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|State Responsibility: Providing Worker Protections|
Historically, states have embraced their responsibility to protect the safety and health of their workers. States plans use a variety of activities to encourage employers to establish worker protections programs. States offer companies leadership, guidance and flexibility to help them save lives and prevent injuries and illnesses.
A comprehensive safety and health program is one of the most effective tools employers have to address workplace injuries and illnesses. Recent studies have estimated that safety and health programs save $4 to $6 for every dollar invested. States use a combination of additional penalties and criminal prosecution against employers in cases of death or serious injury.
Safety & Health Programs
Statistics show that many accidents and illnesses are preventable through an effective safety and health program. For a workplace program to be effective, the employer should develop a comprehensive plan emphasizing both management commitment and employee participation. Development and implementation of such a program should result in lower injury, illness and fatality rates along with lower comp costs. Safety and health programs further the goal of changing the workplace environment to increase employer and worker awareness of, commitment to, and involvement in safety and health.
Alaska, California, Connecticut, Hawaii, Minnesota, Nevada, New Mexico, North Carolina, Tennessee and Washington require employers to develop and maintain comprehensive safety and health programs–which contain the elements of worksite analysis to identify actual and potential hazards, technical and administrative control of the hazards, and training for all personnel.
California law requires all employers to set up effective written injury and illness prevention programs. Employers must conduct periodic worksite inspections to identify unsafe conditions and work practices, and eliminate any hazards found.
Minnesota requires employers in industries with high injury and illness incidence and severity rates to develop a written workplace safety and health program. Under Minnesota’s A Workplace Accident and Injury Reduction (AWAIR) Act, employers of 25 or more employees are required to establish a joint labor-management safety committee.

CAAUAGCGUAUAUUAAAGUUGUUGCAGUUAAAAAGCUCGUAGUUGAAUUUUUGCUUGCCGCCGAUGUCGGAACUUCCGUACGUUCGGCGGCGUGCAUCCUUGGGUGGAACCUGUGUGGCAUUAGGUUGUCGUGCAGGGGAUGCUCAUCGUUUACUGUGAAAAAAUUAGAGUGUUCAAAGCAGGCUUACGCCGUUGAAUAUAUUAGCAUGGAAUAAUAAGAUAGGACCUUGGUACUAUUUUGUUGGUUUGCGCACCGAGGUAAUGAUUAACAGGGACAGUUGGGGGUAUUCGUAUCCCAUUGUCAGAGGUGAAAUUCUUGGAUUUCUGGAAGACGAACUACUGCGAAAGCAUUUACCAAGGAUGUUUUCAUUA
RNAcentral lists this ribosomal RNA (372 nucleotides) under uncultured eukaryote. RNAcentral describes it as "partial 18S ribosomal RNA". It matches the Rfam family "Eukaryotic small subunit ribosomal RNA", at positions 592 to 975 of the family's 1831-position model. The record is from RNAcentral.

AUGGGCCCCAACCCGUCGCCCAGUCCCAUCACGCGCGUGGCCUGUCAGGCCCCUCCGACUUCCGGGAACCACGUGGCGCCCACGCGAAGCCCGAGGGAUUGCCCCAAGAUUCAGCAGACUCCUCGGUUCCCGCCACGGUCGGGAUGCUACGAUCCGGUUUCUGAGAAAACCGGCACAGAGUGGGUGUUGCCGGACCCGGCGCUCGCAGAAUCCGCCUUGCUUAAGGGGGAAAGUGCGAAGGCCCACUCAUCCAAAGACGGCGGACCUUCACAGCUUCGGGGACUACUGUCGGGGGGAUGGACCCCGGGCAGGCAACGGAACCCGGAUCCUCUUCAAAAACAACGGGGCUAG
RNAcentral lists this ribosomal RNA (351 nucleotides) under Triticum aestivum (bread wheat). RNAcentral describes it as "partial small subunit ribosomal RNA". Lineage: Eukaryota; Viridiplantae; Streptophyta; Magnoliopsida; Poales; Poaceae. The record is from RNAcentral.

Nevada requires employers with 11 or more employees or any manufacturer of explosives to have a “Written Workplace Safety Program.” Nevada also requires employers with 25 employees and up to develop and implement a safety committee. To assist the employers in understanding the Nevada statutes, regular training sessions are conducted and a written guide is made available to employers.
North Carolina requires employers with a high rate of workers’ compensation claims to have written safety and health programs, and to establish formal safety and health committees.
Oregon law requires labor-management workplace safety committees for most employers in the state. To assist small employers in meeting this requirement, Oregon offers an alternative to the traditional safety committee. The innovative approach is for employers with 10 or fewer employees and is designed to meet the needs and special issues of small businesses in the state. To assist employers in setting up an “innovative safety committee,” a guide is available in hard copy or on the OR-OSHA web site. Along with outlining the process, the guide provides blank copies of all necessary paperwork.
Washington requires every employer to develop a written plan addressing the hazards of that business. The plan must include a safety and health committee of employer and employee representatives, and employee training in safe work practices. The state’s video, Staying a Step Ahead, helps employers and their employees establish accident prevention programs on their own without waiting first for on-site consultation.
Violations Causing Worker Death or Serious Injury